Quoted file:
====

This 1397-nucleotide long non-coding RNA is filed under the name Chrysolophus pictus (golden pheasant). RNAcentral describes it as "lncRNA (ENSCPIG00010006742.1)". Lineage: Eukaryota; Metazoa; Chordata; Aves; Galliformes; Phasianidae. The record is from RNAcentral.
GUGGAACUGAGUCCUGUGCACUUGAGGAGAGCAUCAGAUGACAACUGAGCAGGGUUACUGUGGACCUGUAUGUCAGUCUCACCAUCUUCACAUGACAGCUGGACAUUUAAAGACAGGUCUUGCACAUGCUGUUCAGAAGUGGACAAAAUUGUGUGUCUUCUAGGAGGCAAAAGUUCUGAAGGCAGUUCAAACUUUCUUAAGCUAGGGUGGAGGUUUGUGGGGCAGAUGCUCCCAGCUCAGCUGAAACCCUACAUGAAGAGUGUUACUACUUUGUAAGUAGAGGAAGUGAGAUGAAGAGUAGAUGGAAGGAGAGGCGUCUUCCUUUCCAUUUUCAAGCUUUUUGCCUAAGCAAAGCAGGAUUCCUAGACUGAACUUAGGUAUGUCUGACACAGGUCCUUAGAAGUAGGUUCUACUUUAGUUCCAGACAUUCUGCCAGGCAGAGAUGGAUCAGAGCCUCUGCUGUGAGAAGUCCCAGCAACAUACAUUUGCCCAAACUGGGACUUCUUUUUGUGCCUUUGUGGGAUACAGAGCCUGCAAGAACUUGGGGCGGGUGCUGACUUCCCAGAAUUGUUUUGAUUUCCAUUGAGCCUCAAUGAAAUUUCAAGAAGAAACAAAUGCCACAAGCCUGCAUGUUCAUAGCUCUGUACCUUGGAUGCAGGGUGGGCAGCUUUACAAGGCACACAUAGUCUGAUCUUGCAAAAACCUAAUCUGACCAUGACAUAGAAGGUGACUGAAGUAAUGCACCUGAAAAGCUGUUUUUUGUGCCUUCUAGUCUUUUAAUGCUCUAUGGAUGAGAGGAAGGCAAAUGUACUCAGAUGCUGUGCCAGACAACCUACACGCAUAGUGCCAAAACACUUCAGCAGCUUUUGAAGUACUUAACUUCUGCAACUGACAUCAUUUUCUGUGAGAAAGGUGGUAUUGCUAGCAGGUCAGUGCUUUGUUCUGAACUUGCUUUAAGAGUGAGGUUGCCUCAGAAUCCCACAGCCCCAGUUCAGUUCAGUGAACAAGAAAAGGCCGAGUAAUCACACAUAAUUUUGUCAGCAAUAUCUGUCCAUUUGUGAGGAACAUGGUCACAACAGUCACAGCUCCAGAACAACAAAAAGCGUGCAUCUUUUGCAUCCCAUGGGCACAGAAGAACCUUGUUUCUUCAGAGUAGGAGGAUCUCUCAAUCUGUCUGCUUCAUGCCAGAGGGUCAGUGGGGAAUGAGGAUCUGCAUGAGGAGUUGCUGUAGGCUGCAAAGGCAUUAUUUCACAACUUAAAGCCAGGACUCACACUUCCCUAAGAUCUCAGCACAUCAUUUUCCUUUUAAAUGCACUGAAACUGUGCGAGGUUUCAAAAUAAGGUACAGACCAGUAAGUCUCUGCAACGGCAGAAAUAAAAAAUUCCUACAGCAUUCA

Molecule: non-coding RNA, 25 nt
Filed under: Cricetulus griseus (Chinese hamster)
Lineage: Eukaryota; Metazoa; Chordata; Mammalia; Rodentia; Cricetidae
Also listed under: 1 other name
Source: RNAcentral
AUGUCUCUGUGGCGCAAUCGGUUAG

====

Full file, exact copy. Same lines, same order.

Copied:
This 1397-nucleotide long non-coding RNA is filed under the name Chrysolophus pictus (golden pheasant). RNAcentral describes it as "lncRNA (ENSCPIG00010006742.1)". Lineage: Eukaryota; Metazoa; Chordata; Aves; Galliformes; Phasianidae. The record is from RNAcentral.
GUGGAACUGAGUCCUGUGCACUUGAGGAGAGCAUCAGAUGACAACUGAGCAGGGUUACUGUGGACCUGUAUGUCAGUCUCACCAUCUUCACAUGACAGCUGGACAUUUAAAGACAGGUCUUGCACAUGCUGUUCAGAAGUGGACAAAAUUGUGUGUCUUCUAGGAGGCAAAAGUUCUGAAGGCAGUUCAAACUUUCUUAAGCUAGGGUGGAGGUUUGUGGGGCAGAUGCUCCCAGCUCAGCUGAAACCCUACAUGAAGAGUGUUACUACUUUGUAAGUAGAGGAAGUGAGAUGAAGAGUAGAUGGAAGGAGAGGCGUCUUCCUUUCCAUUUUCAAGCUUUUUGCCUAAGCAAAGCAGGAUUCCUAGACUGAACUUAGGUAUGUCUGACACAGGUCCUUAGAAGUAGGUUCUACUUUAGUUCCAGACAUUCUGCCAGGCAGAGAUGGAUCAGAGCCUCUGCUGUGAGAAGUCCCAGCAACAUACAUUUGCCCAAACUGGGACUUCUUUUUGUGCCUUUGUGGGAUACAGAGCCUGCAAGAACUUGGGGCGGGUGCUGACUUCCCAGAAUUGUUUUGAUUUCCAUUGAGCCUCAAUGAAAUUUCAAGAAGAAACAAAUGCCACAAGCCUGCAUGUUCAUAGCUCUGUACCUUGGAUGCAGGGUGGGCAGCUUUACAAGGCACACAUAGUCUGAUCUUGCAAAAACCUAAUCUGACCAUGACAUAGAAGGUGACUGAAGUAAUGCACCUGAAAAGCUGUUUUUUGUGCCUUCUAGUCUUUUAAUGCUCUAUGGAUGAGAGGAAGGCAAAUGUACUCAGAUGCUGUGCCAGACAACCUACACGCAUAGUGCCAAAACACUUCAGCAGCUUUUGAAGUACUUAACUUCUGCAACUGACAUCAUUUUCUGUGAGAAAGGUGGUAUUGCUAGCAGGUCAGUGCUUUGUUCUGAACUUGCUUUAAGAGUGAGGUUGCCUCAGAAUCCCACAGCCCCAGUUCAGUUCAGUGAACAAGAAAAGGCCGAGUAAUCACACAUAAUUUUGUCAGCAAUAUCUGUCCAUUUGUGAGGAACAUGGUCACAACAGUCACAGCUCCAGAACAACAAAAAGCGUGCAUCUUUUGCAUCCCAUGGGCACAGAAGAACCUUGUUUCUUCAGAGUAGGAGGAUCUCUCAAUCUGUCUGCUUCAUGCCAGAGGGUCAGUGGGGAAUGAGGAUCUGCAUGAGGAGUUGCUGUAGGCUGCAAAGGCAUUAUUUCACAACUUAAAGCCAGGACUCACACUUCCCUAAGAUCUCAGCACAUCAUUUUCCUUUUAAAUGCACUGAAACUGUGCGAGGUUUCAAAAUAAGGUACAGACCAGUAAGUCUCUGCAACGGCAGAAAUAAAAAAUUCCUACAGCAUUCA

Molecule: non-coding RNA, 25 nt
Filed under: Cricetulus griseus (Chinese hamster)
Lineage: Eukaryota; Metazoa; Chordata; Mammalia; Rodentia; Cricetidae
Also listed under: 1 other name
Source: RNAcentral
AUGUCUCUGUGGCGCAAUCGGUUAG